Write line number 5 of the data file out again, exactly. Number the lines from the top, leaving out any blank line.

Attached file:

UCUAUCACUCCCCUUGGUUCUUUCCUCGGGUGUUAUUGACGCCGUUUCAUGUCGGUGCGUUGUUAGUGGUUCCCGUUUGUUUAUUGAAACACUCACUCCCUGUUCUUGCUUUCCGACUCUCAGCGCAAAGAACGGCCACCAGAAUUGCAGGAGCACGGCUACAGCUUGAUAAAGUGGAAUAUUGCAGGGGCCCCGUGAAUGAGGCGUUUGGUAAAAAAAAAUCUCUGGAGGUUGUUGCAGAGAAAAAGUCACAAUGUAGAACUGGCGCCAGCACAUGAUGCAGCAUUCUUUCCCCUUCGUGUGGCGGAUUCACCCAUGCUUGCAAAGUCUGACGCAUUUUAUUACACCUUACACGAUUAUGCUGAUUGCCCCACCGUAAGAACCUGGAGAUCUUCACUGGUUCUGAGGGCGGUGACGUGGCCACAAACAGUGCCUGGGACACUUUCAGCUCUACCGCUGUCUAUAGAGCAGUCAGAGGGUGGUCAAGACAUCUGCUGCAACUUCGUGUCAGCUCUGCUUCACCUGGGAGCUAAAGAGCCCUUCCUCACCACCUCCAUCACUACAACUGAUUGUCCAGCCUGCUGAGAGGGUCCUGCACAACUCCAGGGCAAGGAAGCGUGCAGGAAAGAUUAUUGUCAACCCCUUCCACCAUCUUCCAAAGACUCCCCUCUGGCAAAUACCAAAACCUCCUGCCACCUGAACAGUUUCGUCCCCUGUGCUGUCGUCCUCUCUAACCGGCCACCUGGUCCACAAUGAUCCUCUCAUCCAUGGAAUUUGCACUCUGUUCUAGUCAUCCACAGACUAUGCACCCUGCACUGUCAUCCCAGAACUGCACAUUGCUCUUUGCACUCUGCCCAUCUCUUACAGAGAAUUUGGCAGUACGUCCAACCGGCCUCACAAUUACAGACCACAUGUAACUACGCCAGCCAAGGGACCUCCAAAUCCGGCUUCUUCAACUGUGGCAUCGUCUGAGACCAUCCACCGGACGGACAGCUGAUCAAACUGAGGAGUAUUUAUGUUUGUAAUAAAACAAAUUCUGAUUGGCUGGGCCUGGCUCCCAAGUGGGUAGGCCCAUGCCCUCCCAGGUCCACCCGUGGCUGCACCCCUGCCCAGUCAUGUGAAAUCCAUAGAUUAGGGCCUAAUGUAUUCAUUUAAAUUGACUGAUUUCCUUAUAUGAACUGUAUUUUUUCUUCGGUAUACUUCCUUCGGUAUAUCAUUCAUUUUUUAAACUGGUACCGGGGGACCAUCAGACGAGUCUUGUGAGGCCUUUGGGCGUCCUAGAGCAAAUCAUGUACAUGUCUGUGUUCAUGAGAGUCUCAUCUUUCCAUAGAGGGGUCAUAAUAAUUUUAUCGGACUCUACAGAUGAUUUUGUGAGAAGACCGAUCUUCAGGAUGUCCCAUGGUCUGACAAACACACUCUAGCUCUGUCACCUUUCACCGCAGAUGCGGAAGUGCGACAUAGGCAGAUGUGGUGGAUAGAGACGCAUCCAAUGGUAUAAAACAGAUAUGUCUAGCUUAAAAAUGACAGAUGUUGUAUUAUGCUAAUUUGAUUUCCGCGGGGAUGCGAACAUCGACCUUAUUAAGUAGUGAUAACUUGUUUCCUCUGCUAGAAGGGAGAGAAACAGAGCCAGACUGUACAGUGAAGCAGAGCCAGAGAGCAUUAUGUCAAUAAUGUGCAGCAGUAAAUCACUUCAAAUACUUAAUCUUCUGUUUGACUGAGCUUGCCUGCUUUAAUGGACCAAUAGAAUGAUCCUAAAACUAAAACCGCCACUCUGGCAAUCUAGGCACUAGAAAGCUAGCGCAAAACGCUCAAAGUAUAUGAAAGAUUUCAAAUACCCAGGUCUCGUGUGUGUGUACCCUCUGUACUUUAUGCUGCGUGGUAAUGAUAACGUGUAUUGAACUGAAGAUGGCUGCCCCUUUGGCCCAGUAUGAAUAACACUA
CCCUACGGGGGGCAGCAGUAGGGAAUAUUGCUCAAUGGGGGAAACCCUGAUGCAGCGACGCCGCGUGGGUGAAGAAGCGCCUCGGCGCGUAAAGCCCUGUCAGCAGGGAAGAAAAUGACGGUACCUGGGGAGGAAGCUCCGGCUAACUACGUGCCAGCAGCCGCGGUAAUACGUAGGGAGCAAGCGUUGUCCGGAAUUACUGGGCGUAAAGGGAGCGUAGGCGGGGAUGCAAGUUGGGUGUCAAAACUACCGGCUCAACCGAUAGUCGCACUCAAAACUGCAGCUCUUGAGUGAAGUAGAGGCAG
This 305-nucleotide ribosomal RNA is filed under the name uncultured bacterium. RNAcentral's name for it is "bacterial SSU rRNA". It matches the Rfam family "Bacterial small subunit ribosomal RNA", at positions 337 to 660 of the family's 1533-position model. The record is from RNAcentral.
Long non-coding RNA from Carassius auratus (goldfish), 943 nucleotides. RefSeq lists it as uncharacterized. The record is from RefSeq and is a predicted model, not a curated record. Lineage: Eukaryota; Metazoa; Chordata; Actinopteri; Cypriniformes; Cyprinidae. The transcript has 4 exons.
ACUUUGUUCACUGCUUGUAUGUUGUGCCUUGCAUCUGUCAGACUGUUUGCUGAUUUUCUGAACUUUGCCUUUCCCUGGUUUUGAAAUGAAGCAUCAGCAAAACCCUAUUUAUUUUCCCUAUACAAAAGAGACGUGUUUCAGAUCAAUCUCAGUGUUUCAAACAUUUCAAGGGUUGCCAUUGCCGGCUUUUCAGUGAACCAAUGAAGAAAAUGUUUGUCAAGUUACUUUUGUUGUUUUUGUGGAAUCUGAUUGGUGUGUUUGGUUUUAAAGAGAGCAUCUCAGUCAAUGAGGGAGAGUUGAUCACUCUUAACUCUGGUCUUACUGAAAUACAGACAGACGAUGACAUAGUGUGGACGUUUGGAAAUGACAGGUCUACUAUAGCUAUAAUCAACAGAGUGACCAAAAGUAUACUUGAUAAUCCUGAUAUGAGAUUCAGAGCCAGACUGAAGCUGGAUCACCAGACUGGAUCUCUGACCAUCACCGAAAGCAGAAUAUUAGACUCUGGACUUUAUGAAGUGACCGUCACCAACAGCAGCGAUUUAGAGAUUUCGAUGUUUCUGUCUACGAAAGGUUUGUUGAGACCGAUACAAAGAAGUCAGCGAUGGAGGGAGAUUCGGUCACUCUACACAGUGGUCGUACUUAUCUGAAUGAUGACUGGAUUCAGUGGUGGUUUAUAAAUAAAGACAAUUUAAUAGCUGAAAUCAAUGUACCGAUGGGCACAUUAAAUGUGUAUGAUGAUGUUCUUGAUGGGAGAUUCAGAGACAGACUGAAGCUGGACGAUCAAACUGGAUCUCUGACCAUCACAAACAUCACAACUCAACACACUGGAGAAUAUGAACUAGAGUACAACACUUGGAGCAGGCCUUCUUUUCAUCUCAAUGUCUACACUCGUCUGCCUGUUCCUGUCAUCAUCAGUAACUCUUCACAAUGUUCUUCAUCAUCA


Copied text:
ACUUUGUUCACUGCUUGUAUGUUGUGCCUUGCAUCUGUCAGACUGUUUGCUGAUUUUCUGAACUUUGCCUUUCCCUGGUUUUGAAAUGAAGCAUCAGCAAAACCCUAUUUAUUUUCCCUAUACAAAAGAGACGUGUUUCAGAUCAAUCUCAGUGUUUCAAACAUUUCAAGGGUUGCCAUUGCCGGCUUUUCAGUGAACCAAUGAAGAAAAUGUUUGUCAAGUUACUUUUGUUGUUUUUGUGGAAUCUGAUUGGUGUGUUUGGUUUUAAAGAGAGCAUCUCAGUCAAUGAGGGAGAGUUGAUCACUCUUAACUCUGGUCUUACUGAAAUACAGACAGACGAUGACAUAGUGUGGACGUUUGGAAAUGACAGGUCUACUAUAGCUAUAAUCAACAGAGUGACCAAAAGUAUACUUGAUAAUCCUGAUAUGAGAUUCAGAGCCAGACUGAAGCUGGAUCACCAGACUGGAUCUCUGACCAUCACCGAAAGCAGAAUAUUAGACUCUGGACUUUAUGAAGUGACCGUCACCAACAGCAGCGAUUUAGAGAUUUCGAUGUUUCUGUCUACGAAAGGUUUGUUGAGACCGAUACAAAGAAGUCAGCGAUGGAGGGAGAUUCGGUCACUCUACACAGUGGUCGUACUUAUCUGAAUGAUGACUGGAUUCAGUGGUGGUUUAUAAAUAAAGACAAUUUAAUAGCUGAAAUCAAUGUACCGAUGGGCACAUUAAAUGUGUAUGAUGAUGUUCUUGAUGGGAGAUUCAGAGACAGACUGAAGCUGGACGAUCAAACUGGAUCUCUGACCAUCACAAACAUCACAACUCAACACACUGGAGAAUAUGAACUAGAGUACAACACUUGGAGCAGGCCUUCUUUUCAUCUCAAUGUCUACACUCGUCUGCCUGUUCCUGUCAUCAUCAGUAACUCUUCACAAUGUUCUUCAUCAUCA